This post walks through how to host a blog economically by leveraging Hugo, GitHub, CodePipeline, CodeBuild and S3.
About a week or so ago, it occurred to me that it might be a good idea to document my side projects; thus, I looked into setting up a blog. Initially, I thought about running a blog server but realised I could drastically reduce the cost if I were to put my static site on S3. After some digging, I found that Jekyll and Hugo are the two leading static site generators. Stumbled upon this article and decided to go with Hugo.
To get off the ground, I followed Hugo’s official quickstart guide, but used the Journal theme instead. Be sure to take a look at the configurations used for the demo site. Also, if you need help installing Hugo on a Debian-based distro, such as Ubuntu, check out DigitalOcean’s guide. That’s all for the local server. Now, let’s figure out how to make the site publicly available.
Before we continue any further, I’d like to acknowledge that I do have a preference for AWS technologies, mainly because I still have leftover AWS credits from being a student but also because AWS has the largest worldwide market share.
But I digress. To configure S3, follow steps 2 to 3.2 found here. At this point, you could just navigate to your S3 bucket and upload your code manually every time you’d like to make a new post. However, it’d sure be nice if we could automate this process.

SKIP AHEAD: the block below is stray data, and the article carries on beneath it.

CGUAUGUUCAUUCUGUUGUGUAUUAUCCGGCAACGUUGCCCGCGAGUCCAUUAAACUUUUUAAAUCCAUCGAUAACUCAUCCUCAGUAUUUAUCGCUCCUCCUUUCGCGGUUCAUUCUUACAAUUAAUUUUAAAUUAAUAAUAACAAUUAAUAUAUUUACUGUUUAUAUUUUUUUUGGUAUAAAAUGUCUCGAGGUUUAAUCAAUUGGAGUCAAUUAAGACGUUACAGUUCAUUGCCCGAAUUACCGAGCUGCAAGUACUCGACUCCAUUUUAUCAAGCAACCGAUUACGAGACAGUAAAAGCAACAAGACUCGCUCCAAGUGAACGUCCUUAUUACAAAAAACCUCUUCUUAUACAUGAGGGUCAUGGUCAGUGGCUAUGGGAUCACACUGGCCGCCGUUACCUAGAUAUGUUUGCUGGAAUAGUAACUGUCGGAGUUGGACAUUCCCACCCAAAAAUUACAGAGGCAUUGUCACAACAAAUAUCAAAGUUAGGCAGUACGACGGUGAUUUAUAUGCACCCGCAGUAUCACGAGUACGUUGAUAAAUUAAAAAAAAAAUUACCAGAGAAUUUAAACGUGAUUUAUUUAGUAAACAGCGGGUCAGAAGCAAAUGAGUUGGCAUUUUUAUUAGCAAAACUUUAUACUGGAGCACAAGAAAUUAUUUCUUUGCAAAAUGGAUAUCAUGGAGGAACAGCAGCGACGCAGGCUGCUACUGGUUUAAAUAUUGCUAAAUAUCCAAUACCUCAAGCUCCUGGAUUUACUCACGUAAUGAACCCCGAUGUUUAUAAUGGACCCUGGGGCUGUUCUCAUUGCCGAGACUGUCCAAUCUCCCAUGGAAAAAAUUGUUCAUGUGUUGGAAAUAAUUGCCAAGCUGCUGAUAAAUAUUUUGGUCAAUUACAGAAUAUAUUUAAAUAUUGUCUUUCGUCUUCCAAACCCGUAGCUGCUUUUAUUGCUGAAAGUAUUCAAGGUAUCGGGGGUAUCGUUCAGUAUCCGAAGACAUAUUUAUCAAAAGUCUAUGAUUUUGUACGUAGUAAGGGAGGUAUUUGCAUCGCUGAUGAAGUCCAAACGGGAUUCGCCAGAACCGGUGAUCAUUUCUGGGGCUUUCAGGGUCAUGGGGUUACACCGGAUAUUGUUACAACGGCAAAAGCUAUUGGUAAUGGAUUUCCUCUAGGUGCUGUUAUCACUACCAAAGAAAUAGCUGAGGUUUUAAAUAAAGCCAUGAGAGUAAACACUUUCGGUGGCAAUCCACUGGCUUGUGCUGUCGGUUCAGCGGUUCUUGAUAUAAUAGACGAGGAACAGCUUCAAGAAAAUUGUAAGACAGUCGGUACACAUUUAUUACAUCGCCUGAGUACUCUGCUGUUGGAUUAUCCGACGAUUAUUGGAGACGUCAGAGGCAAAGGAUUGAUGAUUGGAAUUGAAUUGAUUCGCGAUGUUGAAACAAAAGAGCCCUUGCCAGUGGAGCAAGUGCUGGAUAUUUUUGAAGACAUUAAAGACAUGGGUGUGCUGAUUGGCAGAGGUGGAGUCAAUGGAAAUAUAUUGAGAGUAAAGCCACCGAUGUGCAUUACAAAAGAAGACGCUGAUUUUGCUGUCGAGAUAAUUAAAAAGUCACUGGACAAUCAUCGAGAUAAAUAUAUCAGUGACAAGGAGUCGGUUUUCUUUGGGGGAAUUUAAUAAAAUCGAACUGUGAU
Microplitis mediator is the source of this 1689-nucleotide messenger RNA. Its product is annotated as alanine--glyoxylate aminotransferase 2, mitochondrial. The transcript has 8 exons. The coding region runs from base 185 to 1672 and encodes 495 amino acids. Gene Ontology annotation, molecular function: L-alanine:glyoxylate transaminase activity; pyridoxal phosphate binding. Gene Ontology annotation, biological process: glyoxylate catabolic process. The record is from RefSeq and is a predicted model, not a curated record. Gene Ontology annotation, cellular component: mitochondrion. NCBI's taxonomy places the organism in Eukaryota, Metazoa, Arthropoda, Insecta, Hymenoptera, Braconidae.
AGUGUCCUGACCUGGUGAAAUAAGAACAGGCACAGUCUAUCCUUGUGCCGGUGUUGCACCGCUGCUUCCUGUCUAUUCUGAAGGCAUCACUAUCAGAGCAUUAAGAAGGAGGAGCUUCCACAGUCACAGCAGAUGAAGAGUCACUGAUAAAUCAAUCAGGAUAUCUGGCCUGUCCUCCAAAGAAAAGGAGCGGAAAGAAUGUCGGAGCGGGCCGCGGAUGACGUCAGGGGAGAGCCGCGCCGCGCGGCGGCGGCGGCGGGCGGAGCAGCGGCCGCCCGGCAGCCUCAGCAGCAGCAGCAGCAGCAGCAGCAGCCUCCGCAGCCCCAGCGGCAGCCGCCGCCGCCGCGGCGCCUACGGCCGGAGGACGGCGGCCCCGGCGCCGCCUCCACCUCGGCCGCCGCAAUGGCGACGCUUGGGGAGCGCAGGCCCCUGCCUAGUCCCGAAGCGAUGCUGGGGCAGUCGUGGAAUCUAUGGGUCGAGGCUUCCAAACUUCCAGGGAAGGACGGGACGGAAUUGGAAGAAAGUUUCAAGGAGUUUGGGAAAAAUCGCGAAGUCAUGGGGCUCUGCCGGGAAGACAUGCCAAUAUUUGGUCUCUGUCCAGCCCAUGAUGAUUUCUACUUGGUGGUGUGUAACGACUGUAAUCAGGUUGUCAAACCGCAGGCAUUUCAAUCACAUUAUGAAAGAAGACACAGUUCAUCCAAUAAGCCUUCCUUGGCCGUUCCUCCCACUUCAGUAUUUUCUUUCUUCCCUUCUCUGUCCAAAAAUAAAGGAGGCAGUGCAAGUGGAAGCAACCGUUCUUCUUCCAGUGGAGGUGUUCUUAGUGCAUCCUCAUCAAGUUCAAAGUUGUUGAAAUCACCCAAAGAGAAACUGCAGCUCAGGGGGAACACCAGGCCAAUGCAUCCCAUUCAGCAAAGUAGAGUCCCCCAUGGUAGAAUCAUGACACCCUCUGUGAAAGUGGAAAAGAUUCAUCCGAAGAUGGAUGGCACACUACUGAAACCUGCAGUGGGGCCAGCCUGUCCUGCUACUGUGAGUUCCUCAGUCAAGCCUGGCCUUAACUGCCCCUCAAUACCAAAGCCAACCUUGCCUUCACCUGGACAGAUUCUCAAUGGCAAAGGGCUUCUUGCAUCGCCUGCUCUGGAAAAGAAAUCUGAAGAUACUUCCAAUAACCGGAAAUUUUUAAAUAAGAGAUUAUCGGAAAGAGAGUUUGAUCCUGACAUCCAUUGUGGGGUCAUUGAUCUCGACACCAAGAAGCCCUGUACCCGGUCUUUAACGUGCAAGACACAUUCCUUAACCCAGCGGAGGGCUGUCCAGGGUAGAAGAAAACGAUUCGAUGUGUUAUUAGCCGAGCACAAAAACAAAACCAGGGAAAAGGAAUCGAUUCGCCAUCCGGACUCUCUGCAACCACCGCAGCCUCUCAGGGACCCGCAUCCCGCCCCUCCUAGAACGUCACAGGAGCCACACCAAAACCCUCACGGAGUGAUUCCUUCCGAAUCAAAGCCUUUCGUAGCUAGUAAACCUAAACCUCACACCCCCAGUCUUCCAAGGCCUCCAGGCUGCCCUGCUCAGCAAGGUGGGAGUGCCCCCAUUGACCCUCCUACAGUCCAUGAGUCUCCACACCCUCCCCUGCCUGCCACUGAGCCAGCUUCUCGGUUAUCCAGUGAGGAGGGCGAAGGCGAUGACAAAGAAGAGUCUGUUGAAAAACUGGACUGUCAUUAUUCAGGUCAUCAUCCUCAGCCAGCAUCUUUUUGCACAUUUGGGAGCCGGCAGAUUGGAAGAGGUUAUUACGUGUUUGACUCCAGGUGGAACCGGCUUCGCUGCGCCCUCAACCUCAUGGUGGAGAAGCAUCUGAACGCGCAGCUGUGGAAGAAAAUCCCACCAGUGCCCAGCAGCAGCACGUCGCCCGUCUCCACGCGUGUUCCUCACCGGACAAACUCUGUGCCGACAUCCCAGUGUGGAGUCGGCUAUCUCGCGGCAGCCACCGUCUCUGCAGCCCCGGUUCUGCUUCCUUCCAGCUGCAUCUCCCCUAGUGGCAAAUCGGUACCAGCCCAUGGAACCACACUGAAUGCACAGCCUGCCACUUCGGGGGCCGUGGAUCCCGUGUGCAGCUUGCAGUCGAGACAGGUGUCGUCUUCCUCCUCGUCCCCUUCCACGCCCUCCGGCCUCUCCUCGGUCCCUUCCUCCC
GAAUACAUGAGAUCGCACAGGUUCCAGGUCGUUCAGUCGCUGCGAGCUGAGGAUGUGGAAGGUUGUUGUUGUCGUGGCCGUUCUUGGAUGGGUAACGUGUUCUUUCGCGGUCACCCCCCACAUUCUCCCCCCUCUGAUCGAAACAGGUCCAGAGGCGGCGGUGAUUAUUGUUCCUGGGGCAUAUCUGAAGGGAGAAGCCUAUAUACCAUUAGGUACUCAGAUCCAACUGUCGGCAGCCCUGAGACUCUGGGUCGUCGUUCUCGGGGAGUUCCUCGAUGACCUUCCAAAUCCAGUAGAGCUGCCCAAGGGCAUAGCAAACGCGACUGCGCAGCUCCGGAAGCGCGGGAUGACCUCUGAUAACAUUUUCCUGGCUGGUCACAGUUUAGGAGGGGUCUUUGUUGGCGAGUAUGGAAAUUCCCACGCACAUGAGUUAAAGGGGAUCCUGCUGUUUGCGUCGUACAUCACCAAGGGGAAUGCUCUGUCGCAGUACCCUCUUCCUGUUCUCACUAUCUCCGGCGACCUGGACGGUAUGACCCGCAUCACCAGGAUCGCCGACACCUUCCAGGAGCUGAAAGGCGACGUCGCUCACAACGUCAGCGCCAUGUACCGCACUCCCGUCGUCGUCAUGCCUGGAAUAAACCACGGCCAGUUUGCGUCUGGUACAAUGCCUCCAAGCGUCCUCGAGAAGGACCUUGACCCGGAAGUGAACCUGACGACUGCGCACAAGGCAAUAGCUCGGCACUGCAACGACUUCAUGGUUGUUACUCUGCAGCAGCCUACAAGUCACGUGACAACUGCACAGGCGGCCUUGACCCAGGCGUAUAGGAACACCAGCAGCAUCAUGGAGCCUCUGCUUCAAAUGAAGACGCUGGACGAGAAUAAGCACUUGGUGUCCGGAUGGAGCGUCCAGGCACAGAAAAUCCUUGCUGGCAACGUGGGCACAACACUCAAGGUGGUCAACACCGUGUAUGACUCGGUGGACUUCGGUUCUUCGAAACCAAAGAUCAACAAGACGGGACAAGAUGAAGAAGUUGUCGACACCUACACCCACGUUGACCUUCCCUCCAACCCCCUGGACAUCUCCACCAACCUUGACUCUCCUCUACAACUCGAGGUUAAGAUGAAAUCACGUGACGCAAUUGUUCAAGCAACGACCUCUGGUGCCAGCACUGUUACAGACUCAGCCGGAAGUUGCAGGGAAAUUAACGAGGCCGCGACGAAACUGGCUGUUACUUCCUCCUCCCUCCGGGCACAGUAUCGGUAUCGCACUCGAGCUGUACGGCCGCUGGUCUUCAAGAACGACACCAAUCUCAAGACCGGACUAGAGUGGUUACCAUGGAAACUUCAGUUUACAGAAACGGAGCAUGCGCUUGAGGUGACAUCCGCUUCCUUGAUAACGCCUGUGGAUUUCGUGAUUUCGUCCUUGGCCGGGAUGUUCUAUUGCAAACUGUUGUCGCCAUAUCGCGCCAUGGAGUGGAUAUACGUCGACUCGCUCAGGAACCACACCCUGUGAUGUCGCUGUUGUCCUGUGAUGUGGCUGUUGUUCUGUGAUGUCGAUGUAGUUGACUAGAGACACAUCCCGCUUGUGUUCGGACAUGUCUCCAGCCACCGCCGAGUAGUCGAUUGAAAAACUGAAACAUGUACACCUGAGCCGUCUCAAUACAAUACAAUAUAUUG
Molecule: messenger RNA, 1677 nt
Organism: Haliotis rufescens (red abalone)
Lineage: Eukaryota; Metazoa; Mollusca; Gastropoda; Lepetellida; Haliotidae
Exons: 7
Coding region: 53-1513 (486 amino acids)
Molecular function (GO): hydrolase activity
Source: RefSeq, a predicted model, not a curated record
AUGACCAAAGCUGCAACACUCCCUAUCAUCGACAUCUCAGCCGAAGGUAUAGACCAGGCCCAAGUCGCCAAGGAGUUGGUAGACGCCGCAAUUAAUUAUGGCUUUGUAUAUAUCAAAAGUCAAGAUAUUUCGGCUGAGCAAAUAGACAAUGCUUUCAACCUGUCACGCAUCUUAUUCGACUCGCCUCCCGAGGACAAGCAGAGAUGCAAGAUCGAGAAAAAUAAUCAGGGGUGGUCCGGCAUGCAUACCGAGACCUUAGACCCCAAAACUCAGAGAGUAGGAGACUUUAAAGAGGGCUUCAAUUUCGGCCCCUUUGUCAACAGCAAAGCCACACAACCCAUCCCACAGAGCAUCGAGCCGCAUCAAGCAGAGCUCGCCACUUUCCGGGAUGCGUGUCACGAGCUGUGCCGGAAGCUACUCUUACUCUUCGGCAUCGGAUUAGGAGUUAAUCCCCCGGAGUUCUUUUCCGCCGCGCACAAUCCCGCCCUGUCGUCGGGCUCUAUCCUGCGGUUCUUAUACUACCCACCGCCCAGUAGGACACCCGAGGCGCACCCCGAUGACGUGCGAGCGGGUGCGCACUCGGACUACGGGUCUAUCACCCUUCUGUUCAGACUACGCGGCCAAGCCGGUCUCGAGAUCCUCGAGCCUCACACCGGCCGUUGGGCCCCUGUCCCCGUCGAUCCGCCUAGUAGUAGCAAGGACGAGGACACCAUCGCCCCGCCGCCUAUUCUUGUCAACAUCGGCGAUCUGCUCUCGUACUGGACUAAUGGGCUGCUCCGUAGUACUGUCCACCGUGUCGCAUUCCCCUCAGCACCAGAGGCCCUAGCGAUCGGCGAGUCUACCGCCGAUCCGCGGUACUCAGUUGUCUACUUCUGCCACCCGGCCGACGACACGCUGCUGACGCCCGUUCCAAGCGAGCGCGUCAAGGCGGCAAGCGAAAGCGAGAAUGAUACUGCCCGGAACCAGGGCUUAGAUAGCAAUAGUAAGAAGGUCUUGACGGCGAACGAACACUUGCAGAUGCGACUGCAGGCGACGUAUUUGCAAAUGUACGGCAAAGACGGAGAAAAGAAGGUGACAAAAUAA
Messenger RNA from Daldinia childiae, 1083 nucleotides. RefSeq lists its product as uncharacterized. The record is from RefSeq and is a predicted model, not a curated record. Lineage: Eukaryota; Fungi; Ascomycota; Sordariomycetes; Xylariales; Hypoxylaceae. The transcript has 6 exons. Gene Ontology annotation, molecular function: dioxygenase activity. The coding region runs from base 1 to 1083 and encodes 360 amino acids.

Automating Blog Updates
First, let’s put our Hugo directory on GitHub. Here’s the official GitHub guide. (If you’re a staunch AWS supporter, you could use CodeCommit.) Next, create a pipeline on CodePipeline and set the source to what you’ve just chosen to use. For build, follow the instructions on this blog post. Finish up by selecting no deployment and let AWS create the service role for you. Now, whenever you push to your repo, your site should be automatically generated and deployed onto S3. You can learn to associate a domain name with your blog via this AWS documentation.
Finally, let’s integrate Google Analytics and Disqus. Fortunately, Hugo ships with the templates you need. You can read all about it here.
You’re going to have write your posts in Markdown. What I do is create a new post locally, push it to GitHub and edit my post there. This allows you use the “preview changes” tab to visualise your article. That’s all. Tell me what you think.